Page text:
Myrtle Beach, SC, Orlando, FL April 30, 2015
Raleigh, NC Correspondent-Millions of people around the world as well as the United States drive. For young people, the obtainment of a driver license signifies a passage into adulthood; elderly people can still enjoy their independence when driving; and the rest of the population increasingly relies on being able to drive to perform everyday tasks such as getting to work and social activities or buying groceries. As such, the number of people who drive grows each year. According to the U.S. Department of Transportation’s Federal Highway Administration, there were 210 million licensed drivers in the U.S. in 2009, a big increase from the 1970s when there were 110 million drivers in the country. The most numerous group of drivers in the U.S. (80 percent) is between 20 and 64 years old, drivers under the age of 20 constitute 5 percent, and drivers over the age of 65 and older comprise 16 percent of U.S. drivers.
The U.S. is a federal government and as such the process of getting a driver license is not regulated on a national level but varies from state to state. Consequently, there are numerous differences between the states regarding age requirements, needed steps including theoretical and road testing and driving classes, associated fees, driving time limitations for young drivers, etc. Also, there are different types of driver’s licenses such as commercial, motorcycle, taxi, boat which have their own sets of requirements. However, generally all states require that a person has a Social Security Number (or in some cases an Individual Identification Tax Number) and pass both written and road tests in order to obtain a driver license.
How does the United States compare to other countries in terms of ease of getting a driver license? Some of the most difficult countries to receive a driver license are Germany, Japan, Finland, South Africa, Singapore, Saudi Arabia, and the United Kingdom. Generally, the associated costs are high (for example, the costs are about $3,000 in Japan, $ 2,600 in Finland, and $2,000 in Germany); both driving and written tests are very hard resulting in much higher failure rate (for example, only 43% of people pass driving test at first in the U.K., people in Finland are required to pass driving test both in winter and summer, and one has to answer minimum 45 out of 50 questions correctly to pass a written test in Singapore); and in Saudi Arabia only men can obtain a driver license. O n the other hand, the process of receiving a driver license is very easy and cheap in such countries as India, Pakistan, Egypt, and Honduras where the test requirements are minimal and the associated costs are very low (for example, the Indian driving test lasts for 5 minutes, you can skip written test in Egypt altogether, and many people in Honduras assert that one does not need to take either test at all). Obviously, the United States is a country where the process of obtaining a driver license falls somewhere in the middle in terms of requirements and costs.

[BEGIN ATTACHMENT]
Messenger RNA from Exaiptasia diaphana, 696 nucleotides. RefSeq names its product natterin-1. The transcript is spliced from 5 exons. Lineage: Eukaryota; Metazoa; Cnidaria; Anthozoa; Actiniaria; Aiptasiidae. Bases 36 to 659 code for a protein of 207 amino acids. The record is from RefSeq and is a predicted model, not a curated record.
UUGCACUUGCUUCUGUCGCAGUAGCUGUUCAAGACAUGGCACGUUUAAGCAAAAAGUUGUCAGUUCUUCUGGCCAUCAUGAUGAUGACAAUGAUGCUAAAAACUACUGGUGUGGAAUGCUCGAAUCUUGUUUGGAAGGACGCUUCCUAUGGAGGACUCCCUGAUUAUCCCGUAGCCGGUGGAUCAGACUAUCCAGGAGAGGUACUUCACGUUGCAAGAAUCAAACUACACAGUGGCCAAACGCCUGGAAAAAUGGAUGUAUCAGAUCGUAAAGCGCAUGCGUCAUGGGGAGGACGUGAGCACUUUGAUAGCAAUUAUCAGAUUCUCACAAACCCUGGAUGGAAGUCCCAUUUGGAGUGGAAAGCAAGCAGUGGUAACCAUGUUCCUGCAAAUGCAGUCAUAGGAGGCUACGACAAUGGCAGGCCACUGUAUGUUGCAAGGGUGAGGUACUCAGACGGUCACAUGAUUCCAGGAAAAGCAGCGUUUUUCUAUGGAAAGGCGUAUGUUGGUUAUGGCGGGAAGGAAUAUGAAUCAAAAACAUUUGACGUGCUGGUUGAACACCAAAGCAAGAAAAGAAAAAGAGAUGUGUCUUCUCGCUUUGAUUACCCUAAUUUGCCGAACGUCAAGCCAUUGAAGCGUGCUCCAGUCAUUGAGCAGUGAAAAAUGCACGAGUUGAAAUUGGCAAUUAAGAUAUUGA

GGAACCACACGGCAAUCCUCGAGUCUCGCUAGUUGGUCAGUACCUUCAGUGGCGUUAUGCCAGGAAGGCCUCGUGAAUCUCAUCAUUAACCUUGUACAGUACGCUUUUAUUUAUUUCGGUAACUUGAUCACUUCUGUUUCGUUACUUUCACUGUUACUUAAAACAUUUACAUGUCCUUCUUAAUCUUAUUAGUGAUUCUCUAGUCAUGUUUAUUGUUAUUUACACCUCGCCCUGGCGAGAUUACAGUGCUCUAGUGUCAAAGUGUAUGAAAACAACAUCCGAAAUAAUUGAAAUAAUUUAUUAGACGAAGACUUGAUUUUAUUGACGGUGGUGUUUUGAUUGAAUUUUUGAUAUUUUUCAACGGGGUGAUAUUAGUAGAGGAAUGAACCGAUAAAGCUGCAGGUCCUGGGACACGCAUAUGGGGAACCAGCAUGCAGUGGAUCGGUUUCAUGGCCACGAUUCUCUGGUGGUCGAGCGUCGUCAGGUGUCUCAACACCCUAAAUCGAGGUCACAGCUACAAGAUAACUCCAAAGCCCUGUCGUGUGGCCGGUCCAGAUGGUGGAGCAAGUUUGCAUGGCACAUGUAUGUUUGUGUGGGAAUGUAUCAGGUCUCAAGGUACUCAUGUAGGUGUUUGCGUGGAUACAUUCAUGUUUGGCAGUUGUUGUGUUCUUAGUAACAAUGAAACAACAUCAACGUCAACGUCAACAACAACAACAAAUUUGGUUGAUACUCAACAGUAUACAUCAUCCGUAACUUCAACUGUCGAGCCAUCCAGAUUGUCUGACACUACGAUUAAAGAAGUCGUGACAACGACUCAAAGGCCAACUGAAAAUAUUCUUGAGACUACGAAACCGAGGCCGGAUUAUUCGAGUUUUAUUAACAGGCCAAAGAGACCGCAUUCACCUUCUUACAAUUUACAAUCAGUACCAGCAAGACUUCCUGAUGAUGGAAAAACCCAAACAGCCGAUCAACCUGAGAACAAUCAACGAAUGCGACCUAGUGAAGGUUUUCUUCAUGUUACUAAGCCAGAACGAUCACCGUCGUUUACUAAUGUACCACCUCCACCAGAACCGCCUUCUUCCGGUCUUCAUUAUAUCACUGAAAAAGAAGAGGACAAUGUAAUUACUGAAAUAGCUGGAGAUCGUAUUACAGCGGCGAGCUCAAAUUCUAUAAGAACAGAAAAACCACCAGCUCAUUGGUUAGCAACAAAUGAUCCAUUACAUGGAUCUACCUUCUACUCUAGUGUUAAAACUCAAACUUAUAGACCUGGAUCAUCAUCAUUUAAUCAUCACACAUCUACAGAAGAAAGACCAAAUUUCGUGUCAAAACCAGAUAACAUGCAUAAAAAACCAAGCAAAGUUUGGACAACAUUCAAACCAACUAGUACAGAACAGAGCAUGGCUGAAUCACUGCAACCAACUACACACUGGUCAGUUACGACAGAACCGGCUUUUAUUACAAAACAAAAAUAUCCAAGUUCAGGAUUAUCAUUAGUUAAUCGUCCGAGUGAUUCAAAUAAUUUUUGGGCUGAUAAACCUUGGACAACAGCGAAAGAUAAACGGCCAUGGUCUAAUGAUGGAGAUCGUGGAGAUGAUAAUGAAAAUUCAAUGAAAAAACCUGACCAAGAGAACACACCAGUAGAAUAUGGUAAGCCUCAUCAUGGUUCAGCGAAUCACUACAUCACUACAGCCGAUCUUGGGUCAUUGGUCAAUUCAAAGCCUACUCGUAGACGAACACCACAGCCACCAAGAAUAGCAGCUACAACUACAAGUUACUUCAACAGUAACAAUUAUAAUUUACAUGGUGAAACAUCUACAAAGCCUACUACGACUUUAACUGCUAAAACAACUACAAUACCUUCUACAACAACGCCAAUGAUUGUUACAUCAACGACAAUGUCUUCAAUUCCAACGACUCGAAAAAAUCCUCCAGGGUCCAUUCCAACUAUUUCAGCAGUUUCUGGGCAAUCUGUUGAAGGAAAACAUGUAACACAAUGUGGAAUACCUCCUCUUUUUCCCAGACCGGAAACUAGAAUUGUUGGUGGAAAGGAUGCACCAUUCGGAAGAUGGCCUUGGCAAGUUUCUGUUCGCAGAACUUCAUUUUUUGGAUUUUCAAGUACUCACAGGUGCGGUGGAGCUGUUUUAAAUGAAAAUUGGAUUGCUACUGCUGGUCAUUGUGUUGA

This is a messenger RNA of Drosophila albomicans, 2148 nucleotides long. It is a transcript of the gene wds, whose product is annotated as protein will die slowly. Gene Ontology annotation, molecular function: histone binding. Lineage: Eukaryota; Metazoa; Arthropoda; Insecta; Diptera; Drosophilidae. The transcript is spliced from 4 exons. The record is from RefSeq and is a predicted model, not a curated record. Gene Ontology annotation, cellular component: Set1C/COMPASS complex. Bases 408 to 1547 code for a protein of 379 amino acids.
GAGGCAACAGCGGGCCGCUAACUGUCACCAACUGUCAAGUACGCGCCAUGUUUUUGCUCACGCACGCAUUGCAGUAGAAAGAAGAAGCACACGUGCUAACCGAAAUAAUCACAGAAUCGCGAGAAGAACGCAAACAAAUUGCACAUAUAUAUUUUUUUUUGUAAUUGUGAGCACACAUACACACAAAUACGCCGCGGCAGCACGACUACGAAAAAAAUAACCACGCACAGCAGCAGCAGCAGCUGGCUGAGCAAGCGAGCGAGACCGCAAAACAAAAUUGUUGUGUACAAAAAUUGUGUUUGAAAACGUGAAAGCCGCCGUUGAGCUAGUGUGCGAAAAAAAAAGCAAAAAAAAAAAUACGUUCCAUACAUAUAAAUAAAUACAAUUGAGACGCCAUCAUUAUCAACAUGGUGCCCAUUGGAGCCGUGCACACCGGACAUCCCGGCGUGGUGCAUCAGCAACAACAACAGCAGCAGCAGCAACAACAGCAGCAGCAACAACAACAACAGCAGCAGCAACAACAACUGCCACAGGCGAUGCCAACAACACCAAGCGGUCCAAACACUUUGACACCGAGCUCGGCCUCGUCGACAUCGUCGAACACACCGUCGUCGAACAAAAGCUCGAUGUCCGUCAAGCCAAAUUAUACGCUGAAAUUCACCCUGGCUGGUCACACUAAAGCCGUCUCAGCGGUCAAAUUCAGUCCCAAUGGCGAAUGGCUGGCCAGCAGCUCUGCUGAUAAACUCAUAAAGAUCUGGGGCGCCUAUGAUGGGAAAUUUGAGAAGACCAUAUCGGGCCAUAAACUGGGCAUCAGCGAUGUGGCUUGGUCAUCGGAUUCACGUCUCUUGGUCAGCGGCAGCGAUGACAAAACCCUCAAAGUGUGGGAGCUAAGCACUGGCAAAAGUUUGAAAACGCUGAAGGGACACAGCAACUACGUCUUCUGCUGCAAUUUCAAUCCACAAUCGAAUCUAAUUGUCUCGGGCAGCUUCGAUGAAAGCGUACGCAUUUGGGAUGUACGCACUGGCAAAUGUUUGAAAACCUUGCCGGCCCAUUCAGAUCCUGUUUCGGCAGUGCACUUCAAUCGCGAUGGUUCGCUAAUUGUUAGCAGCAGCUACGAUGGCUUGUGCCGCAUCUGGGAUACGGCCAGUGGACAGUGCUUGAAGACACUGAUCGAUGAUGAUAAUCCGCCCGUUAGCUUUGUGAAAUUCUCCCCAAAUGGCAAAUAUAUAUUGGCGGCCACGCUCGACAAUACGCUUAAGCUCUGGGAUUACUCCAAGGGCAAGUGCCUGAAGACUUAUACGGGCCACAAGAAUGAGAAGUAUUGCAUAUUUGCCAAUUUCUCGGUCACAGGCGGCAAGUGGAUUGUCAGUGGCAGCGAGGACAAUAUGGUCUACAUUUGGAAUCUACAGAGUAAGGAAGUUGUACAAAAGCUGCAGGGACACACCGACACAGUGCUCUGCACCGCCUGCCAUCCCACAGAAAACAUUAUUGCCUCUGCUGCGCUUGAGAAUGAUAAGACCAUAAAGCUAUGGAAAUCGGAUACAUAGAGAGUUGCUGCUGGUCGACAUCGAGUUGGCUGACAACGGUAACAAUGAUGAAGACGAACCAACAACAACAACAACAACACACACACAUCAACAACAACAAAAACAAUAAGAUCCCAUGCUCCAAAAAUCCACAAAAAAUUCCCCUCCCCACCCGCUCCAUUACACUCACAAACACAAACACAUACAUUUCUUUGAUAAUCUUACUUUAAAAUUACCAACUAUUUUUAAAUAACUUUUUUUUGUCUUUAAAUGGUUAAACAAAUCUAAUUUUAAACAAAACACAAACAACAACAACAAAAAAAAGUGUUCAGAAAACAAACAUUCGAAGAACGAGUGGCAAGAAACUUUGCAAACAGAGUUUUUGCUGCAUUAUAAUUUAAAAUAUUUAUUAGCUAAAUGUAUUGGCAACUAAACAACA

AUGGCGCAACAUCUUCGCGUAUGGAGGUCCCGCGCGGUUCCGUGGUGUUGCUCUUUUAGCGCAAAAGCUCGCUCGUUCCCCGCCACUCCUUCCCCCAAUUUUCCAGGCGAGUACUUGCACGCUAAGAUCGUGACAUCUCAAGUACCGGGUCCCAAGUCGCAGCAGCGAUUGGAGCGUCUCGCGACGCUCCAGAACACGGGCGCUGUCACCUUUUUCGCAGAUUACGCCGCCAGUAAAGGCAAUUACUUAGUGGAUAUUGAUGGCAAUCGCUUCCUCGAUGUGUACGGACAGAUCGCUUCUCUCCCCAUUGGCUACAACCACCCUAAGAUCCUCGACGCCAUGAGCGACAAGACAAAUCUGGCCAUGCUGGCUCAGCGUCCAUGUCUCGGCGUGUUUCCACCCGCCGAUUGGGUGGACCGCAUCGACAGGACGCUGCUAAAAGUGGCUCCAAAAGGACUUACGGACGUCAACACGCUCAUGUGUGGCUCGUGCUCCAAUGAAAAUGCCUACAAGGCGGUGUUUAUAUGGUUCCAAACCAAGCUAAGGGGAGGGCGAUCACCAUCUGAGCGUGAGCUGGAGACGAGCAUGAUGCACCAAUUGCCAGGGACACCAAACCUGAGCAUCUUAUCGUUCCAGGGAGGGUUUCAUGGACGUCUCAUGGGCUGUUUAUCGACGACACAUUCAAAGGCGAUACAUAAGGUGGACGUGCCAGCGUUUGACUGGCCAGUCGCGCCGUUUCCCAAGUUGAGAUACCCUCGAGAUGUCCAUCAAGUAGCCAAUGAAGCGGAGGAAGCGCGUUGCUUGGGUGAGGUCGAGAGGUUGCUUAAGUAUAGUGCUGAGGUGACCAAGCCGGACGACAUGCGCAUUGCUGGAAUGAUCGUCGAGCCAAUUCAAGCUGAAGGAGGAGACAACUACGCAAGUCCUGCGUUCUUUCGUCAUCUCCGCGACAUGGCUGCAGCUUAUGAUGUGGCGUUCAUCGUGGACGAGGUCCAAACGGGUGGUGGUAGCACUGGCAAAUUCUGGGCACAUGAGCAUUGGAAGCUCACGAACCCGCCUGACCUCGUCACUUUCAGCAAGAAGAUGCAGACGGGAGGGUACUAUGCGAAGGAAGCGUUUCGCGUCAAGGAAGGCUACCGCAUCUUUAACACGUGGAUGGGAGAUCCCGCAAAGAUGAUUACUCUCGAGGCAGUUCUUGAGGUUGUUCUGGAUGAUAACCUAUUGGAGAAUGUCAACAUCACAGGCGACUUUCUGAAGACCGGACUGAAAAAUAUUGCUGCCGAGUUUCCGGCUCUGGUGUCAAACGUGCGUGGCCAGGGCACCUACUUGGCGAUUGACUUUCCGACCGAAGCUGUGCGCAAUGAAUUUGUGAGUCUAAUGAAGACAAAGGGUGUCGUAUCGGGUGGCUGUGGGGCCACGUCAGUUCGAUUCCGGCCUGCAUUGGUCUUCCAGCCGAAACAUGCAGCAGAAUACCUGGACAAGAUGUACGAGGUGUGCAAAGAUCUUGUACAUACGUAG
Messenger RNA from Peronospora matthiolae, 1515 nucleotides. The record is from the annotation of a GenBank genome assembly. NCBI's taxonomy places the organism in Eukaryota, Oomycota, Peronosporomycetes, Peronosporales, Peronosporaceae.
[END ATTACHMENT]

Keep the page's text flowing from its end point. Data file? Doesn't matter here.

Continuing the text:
The ability to drive a car is not a right but a privilege. Consequently, one has to always acknowledge and subscribe to all the requirements, laws, and common sense while driving. According to the U.S. Department of Transportation, the national motor vehicle death rate in 2013 was 10.3 deaths per 100,000 people with great variations among the states (for example, 3.1 deaths in District of Columbia and 22.6 in Montana). Most car accidents are single car accidents (57 % in 2013), most frequent causes of fatalities are drunk driving (32%) and speeding (31%), and a driver is the one who dies most often (52.1%). In order to avoid these preventable fatalities, some measures should be taken. For example, given our ageing population, stricter requirements should be placed for older drivers such as mandatory yearly medical tests which will test their physical, mental, and neurological abilities (to compare, 84% of those 70 and older had licenses in 2009 compared to 74% in 2000). At the same time, young people should be better informed and trained regarding driving requirements and consequences. However, in recent years fewer young people have obtained driver licenses because of economic (too expensive), social (easy to communicate with others via social media), and personal (preferred biking, saving the environment) circumstances as well as stricter individual states’ regulations.
Prescott Valley, AZ Correspondent-The ability to obtain a driver’s license has become too easy for a number of reasons. For one, the actual licensing process, and particularly the renewal process, has become overly simplified for many individuals. Though the initial written examination through state motor vehicle departments (DMV) can contain tricky and obscure questions from the driver’s license manual, there are practice tests offered through the DMV and other testing services that make the final written test easy to prepare for and pass. In addition, some state driver’s license renewal options allow individuals to renew their driver’s license by mail and do not require either written or road tests.